Prospective casino operators attend mandatory question session
Prospective casino operators got a chance to ask the Cuomo Administration questions about details of the process for choosing licensees for four upstate casinos. They won’t get answers, though for several days.
The structure of the event was a bit awkward. Gambling conglomerates, and other developers, who have all paid $1 million dollars each for the privilege of being considered for a casino site, attended a mandatory session held by Governor Cuomo’s Gaming Commission.
They were permitted to ask questions about details of the complex siting process. Empire Resort’s Nick Casiello asked whether the documents required for geological surveys of the proposed sites could be sent electronically instead.
But they received no immediate answers to even questions that seemed simple. The Gaming Commissioners, sitting on a dais, instead dutifully wrote down the questions without responding . Robert Williams, the acting executive director, says the commissioners need time to carefully consider their responses, and will post them on Friday. He says it was also a chance for the developers to be seen in a public venue, and to check out one another.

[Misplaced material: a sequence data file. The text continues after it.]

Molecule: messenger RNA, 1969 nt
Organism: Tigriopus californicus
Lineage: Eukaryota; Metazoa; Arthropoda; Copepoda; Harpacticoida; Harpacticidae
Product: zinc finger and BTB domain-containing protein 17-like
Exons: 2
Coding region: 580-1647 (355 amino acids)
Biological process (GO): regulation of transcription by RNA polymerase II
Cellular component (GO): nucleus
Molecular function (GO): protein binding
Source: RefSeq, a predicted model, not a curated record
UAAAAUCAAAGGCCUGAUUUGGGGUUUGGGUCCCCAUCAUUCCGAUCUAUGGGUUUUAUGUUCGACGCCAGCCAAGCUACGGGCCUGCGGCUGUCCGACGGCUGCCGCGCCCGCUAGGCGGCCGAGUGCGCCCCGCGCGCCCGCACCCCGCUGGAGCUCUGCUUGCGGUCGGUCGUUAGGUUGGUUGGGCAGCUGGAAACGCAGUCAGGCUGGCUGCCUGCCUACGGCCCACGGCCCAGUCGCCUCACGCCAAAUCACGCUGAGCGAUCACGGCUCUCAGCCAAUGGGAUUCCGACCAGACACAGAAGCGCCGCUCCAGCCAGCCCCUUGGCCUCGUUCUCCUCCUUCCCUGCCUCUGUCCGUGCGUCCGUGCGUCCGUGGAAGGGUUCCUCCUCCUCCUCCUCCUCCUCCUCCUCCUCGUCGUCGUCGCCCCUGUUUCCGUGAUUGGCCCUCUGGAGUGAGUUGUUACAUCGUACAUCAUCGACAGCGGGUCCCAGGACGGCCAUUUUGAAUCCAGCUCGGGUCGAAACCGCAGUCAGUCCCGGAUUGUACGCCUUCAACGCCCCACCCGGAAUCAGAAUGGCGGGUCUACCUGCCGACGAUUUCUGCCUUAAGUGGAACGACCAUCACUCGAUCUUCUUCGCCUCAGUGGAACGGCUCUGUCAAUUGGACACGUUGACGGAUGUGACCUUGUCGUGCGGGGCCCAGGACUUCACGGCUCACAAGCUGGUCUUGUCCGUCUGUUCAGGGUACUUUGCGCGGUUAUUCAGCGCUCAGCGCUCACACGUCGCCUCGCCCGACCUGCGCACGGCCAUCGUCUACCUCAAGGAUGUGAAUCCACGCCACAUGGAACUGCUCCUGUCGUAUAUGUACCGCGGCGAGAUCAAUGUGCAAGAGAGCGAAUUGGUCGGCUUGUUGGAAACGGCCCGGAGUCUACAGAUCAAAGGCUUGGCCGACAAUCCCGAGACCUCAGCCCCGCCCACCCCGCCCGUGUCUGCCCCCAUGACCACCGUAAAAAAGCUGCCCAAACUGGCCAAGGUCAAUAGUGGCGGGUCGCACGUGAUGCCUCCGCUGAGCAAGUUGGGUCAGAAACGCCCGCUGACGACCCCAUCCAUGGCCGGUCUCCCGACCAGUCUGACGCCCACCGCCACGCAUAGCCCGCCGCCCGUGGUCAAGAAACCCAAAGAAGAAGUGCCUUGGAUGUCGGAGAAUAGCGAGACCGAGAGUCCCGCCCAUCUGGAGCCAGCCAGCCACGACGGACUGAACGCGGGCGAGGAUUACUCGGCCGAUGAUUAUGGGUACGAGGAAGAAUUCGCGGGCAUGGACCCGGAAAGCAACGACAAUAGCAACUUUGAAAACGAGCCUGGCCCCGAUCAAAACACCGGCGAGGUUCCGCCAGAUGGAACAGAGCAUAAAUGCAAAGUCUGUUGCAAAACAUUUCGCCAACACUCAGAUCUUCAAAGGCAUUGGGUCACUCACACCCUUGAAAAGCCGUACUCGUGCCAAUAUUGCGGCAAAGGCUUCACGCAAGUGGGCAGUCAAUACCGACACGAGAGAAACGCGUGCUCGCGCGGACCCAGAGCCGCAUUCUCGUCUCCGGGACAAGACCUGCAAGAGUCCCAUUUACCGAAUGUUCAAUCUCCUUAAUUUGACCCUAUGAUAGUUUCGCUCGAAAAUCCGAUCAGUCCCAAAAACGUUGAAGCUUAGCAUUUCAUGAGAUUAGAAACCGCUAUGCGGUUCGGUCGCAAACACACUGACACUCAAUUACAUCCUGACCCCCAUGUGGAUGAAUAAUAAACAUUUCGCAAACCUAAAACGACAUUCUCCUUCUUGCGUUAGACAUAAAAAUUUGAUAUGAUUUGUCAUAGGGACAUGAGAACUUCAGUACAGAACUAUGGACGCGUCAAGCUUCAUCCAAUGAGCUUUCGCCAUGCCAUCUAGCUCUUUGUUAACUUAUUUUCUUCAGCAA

“It’s part of the transparence process,” William said.
The lucrative casino licenses have attracted 22 bidders. Most attended accompanied by their attorneys and lobbyists.
Williams says the developers were instructed by the gaming commission not to make any comments that would promote their project or disparage the other prospective developers. And he says he’s “pleased” that everyone complied.
Rita Cox, of Saratoga Casino and Raceway, initially wanted to build a new casino in Saratoga. Her group has now proposed a site in East Greenbush, near Albany, as well as in the City of Newburgh in the Hudson Valley. She agrees that it was useful to hear the questions from the competition.
“I think it’s good to know that all the other applicants are looking at the same things we were,” Cox said. “We’re all looking forward to additional clarity.”
One common concern expressed how will a required state environmental review, which can involve a lengthy public comment period, fit in with the process.
Most of the potential licensees were more reticent, including Rochester developer David Flaum, who is seeking permission to build a casino on Exit 23 of the Thruway at the southern tip of Albany, as well as a gambling center in Orange County near the popular Woodbury Commons shopping outlets, and one in Sullivan County, in the Catskills. Flaum has also sought a deal with the Seneca Indian Nation to build a casino near Rochester, in the town of Henrietta, a project that is not part of the current selection process. Flaum, like many of the participants, did not have any questions to ask.
“I’m just here to listen,” Flaum said. “I’m in listening mode.”
Ultimately, the Gaming Commission will choose four casinos later this year in the Capital Region, the Hudson Valley Catskills Region, and the Southern Tier- Finger Lakes area.